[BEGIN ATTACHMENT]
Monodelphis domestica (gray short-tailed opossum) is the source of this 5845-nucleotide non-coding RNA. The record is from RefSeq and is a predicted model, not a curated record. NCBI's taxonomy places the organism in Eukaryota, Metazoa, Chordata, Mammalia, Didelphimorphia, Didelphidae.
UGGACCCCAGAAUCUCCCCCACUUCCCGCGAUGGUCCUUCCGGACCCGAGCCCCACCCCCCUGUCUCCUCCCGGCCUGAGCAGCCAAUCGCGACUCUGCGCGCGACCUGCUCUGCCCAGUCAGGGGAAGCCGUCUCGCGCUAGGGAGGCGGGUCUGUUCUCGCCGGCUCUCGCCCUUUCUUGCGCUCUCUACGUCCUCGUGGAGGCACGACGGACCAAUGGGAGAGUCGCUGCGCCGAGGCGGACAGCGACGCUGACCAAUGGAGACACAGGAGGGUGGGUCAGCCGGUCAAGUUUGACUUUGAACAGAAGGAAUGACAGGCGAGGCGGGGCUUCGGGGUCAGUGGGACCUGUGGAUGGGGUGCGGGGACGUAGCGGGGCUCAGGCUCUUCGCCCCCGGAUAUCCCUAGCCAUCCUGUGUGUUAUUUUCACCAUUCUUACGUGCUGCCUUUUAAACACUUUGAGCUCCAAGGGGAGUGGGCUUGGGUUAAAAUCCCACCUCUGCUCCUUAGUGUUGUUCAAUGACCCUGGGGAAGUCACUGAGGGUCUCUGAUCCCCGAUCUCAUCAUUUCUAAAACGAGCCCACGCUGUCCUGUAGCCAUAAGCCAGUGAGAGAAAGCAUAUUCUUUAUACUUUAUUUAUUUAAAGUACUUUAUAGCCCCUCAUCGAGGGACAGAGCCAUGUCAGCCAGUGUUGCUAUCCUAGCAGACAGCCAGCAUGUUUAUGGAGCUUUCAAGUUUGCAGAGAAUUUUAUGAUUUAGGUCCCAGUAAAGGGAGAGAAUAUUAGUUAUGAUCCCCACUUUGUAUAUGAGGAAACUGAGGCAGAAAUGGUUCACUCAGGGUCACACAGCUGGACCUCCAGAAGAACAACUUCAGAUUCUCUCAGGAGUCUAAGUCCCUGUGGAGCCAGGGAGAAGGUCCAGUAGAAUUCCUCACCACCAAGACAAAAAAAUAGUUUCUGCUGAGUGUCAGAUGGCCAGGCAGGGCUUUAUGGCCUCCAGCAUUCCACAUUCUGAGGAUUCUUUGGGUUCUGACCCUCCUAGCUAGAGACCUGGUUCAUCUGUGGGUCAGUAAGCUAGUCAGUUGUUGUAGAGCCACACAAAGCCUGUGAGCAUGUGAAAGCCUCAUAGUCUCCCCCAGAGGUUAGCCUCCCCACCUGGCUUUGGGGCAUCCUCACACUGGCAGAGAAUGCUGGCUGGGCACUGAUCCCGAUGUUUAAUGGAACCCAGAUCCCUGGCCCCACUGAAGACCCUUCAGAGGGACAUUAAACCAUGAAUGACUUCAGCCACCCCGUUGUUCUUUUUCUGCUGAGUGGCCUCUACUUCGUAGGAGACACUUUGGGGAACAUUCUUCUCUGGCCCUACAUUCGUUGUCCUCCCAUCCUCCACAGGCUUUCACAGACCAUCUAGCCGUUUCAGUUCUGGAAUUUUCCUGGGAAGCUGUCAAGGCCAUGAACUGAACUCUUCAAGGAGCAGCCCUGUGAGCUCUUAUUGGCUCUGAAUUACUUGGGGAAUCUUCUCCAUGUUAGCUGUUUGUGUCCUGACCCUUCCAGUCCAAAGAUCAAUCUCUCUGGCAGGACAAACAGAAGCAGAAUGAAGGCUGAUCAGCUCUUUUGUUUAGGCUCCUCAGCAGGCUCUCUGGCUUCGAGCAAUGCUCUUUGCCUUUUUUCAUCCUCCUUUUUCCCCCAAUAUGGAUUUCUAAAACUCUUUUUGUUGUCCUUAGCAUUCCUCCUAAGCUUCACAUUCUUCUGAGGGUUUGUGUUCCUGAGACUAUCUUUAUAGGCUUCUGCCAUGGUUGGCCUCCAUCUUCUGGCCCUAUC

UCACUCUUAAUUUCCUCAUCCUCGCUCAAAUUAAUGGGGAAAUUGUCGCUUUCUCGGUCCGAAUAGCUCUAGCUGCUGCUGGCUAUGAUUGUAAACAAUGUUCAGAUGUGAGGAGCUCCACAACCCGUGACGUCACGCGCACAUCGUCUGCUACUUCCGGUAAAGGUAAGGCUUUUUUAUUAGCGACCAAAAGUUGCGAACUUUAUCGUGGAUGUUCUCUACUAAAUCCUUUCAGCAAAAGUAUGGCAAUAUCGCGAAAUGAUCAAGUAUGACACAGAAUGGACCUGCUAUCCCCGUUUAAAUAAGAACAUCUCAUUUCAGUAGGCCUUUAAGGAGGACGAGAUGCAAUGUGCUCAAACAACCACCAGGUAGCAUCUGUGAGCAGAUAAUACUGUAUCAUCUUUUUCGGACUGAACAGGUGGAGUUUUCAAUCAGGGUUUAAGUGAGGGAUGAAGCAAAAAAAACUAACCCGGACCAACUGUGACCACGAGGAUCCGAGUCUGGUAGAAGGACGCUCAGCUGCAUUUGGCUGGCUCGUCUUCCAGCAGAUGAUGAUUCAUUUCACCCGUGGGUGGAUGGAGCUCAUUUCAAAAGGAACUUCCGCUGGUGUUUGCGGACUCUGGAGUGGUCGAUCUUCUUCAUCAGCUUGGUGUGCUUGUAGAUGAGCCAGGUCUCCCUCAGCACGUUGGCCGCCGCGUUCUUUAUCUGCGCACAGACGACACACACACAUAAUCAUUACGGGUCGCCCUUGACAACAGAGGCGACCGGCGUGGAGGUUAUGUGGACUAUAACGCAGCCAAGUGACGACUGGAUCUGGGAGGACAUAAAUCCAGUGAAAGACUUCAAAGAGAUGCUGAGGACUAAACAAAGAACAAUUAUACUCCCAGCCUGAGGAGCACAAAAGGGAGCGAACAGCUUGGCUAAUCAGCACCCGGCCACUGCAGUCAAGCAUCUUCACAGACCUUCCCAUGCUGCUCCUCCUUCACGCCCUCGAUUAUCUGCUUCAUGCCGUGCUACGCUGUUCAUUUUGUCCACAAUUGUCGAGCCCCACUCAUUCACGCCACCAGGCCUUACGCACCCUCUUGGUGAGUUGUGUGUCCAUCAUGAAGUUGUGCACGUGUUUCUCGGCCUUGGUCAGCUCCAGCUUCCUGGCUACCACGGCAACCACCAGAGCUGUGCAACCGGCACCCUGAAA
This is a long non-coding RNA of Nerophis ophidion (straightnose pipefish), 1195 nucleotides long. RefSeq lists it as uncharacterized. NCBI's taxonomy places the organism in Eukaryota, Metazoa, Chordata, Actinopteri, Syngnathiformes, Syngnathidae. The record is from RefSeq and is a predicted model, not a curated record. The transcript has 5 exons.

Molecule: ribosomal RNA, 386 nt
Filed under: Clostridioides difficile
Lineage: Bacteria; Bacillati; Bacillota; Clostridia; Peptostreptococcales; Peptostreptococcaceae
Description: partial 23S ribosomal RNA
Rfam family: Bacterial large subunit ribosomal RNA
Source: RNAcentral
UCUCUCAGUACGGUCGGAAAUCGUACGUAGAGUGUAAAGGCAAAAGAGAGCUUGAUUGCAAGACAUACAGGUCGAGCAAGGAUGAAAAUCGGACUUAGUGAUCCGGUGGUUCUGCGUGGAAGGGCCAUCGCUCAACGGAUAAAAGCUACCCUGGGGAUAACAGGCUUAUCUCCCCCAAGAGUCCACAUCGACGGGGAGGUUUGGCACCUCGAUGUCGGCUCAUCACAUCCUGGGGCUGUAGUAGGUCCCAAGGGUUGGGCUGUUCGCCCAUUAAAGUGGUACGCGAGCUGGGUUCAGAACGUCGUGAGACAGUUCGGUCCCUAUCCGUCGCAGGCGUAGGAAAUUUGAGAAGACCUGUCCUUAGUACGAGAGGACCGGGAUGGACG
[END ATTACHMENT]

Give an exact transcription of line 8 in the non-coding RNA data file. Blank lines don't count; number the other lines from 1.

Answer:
Description: partial 23S ribosomal RNA